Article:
“We have visited Thessaloniki Pride several times since 2017 and we have always felt safe and welcomed in the city. Of course, participants in any Pride should always exercise caution, and we are sure that the police and authorities in Thessaloniki will be paying special attention to EuroPride to help keep participants safe.

“In common with all EuroPride hosts, Thessaloniki Pride will publish safety information for visitors on their website as the event approaches.”

Addressing any concerns Pride-goers might have, a spokesperson for Thessaloniki Pride told PinkNews the event has always been seen as very safe because of the “popularity among the local community, the numerous allies and the institutional support that always massively outnumber the opponents”.

They said the “appalling incident” which transpired on Saturday is “unprecedented because it involved a “spontaneously gathered mob that indulged into “social media violence” to show off and reflects the current issues the youth is facing”.

“All the same, security of EuroPride 2024 is of utmost importance for the organisers and the incident has convinced the authorities to pay more attention and be more vigilant, especially during EuroPride manifestations in June,” they added. “It is indicative that the authorities in charge reached out to Thessaloniki Pride, the very next day of the incident.”

Locals carrying a rainbow flag at the demonstration (@teacherdude on X/Twitter)

The attack also comes whilst the Thessaloniki Documentary Festival is taking place in the city, with film festival organisers condemning the incident with “anger and disgust”.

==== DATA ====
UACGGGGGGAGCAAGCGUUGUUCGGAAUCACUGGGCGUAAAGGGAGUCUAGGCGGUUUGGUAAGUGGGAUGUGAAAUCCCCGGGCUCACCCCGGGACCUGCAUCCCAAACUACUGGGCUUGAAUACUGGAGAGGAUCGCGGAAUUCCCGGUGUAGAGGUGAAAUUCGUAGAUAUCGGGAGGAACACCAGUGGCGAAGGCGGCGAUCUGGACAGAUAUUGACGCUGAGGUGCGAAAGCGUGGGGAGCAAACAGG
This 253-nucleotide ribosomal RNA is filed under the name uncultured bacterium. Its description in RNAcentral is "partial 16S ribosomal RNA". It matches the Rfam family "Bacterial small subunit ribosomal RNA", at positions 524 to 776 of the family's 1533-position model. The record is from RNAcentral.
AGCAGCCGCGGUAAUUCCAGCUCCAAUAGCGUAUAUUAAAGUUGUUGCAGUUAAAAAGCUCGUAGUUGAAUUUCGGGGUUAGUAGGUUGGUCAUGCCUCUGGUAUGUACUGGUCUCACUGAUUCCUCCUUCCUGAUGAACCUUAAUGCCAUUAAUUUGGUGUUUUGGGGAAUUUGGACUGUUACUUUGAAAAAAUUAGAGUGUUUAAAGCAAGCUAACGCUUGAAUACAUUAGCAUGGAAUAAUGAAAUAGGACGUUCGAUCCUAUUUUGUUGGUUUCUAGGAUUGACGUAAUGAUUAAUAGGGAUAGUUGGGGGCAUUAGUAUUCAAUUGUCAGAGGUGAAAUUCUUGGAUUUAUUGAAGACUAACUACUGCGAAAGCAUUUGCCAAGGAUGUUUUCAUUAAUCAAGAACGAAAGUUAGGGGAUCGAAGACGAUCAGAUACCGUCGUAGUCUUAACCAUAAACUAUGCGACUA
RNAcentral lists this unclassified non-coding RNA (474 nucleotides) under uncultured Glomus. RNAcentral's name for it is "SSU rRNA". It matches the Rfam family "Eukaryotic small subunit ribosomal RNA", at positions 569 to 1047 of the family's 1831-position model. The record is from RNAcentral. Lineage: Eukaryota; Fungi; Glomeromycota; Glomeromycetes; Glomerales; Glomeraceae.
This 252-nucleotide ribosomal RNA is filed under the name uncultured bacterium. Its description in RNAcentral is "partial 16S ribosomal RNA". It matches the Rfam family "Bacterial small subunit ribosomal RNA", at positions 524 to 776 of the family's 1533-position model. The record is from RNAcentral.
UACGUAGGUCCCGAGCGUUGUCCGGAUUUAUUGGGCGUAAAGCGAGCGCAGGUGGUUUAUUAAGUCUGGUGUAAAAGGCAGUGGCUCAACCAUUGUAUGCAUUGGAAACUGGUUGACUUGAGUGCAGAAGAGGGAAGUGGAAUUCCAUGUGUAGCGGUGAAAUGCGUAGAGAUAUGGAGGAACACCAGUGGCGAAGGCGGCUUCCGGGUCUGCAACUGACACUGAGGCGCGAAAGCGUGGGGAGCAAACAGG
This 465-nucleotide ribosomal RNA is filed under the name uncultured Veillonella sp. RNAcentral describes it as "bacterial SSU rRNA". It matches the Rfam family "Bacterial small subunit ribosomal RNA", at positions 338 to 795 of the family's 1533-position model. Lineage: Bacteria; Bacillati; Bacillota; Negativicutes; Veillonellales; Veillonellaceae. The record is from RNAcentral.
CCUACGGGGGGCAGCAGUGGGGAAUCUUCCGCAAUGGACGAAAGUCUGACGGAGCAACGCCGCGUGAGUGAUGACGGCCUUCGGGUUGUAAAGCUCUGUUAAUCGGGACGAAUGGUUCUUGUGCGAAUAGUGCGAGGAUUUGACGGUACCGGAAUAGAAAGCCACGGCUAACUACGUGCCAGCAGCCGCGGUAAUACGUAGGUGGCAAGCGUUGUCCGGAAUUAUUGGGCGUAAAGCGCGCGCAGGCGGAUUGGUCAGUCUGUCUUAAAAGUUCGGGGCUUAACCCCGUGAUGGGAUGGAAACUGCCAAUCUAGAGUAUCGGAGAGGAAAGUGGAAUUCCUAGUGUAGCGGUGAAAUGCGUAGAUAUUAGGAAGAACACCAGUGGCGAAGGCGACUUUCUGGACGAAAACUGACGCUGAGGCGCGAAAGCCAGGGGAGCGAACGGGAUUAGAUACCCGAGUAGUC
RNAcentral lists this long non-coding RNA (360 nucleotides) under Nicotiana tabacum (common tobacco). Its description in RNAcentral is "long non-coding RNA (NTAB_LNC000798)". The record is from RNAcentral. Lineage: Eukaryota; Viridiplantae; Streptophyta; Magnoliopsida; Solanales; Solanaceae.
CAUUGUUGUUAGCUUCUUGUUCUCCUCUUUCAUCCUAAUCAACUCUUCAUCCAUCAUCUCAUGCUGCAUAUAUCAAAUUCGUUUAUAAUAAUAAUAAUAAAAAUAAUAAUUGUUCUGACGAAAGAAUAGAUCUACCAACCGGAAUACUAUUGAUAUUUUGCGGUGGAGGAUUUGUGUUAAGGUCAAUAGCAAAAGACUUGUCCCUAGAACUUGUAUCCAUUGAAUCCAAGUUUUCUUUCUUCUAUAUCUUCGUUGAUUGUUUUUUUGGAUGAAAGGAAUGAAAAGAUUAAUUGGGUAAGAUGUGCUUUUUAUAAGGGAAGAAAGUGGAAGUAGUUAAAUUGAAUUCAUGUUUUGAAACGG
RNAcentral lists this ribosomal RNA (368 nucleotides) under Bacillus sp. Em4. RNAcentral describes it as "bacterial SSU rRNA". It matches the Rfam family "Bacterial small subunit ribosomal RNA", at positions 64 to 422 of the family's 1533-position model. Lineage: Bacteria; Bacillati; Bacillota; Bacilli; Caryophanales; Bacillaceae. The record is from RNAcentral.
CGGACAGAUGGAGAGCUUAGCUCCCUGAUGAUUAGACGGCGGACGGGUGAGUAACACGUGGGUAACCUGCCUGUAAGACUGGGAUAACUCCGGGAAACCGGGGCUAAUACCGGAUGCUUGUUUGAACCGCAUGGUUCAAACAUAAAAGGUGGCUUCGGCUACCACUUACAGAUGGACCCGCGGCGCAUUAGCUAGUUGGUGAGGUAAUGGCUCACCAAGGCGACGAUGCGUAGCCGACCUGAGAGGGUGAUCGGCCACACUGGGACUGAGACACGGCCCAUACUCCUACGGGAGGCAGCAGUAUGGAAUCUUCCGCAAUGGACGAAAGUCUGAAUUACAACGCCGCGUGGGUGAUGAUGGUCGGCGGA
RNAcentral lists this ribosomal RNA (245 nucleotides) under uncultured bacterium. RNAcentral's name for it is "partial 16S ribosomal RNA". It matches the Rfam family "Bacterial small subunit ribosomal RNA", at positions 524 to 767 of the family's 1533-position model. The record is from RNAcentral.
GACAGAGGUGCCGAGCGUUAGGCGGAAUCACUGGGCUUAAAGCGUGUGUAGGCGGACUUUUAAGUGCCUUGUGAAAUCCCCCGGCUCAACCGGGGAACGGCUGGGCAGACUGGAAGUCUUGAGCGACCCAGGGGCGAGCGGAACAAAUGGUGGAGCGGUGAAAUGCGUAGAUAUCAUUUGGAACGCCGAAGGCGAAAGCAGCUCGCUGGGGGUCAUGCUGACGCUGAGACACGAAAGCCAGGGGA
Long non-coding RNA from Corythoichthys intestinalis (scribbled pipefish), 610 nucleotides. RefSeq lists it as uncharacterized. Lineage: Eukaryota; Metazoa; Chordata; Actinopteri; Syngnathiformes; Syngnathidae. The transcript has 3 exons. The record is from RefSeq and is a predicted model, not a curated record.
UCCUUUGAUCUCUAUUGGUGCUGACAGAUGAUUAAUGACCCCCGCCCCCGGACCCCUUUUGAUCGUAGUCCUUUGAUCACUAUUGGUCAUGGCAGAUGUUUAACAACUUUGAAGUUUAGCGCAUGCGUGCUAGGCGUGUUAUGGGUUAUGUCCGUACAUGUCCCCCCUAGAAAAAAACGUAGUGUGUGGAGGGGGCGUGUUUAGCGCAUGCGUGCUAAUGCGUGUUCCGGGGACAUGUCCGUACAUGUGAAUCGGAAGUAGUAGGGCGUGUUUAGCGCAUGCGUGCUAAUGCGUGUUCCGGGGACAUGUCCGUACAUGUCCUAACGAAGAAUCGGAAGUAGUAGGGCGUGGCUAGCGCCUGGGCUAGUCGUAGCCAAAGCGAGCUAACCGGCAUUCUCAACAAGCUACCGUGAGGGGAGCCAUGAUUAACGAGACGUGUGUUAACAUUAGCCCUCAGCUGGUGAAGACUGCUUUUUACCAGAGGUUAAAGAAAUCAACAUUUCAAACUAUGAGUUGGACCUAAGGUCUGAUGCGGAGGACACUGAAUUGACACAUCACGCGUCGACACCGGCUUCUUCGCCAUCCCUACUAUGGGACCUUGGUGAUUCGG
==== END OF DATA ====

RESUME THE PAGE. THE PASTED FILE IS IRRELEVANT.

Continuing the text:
“The Festival unequivocally condemns every act of homophobic and racist violence, sending a resounding message of tolerance, inclusion, acceptance and visibility, through all its actions: the great Citizen Queer tribute with LGBT+ documentary, discussions and presentations by distinguished speakers, its program, the Mermaid Award, as well as its support at EuroPride,” a statement published on Facebook reads. 

“As we have already stated in the previous days, the Festival rejects acts of hate, violence, extreme voices of intolerance and racism, and is an open platform for art, inclusion and dialogue.”

Speaking with Variety, lesbian activist and filmmaker Maria Katsikadakou said she had been left “angry and terrified” by the assault.

“I thought some things would have changed, but now I wonder, have things changed?” Katsikadakou said.

Also speaking with Variety, artist Fil Ieropoulos said: “With these new laws, we are at a crossroads and we’re going to see what all this really means for Greek society in the next few years.

“I don’t personally think these laws reflect where Greece is as a society. And if anything, this event shows that the fact that some people may benefit from the new laws does not change Greek reality in general and especially for trans people.”

Ieropoulos’ view echoes what the anonymous source has seen following the incident.

“Officially, there has been condemnation of the attack on the couple but on Greek language social media, lot of very virulent anti-LGBTQ+ hate speech, especially on Twitter,” they said.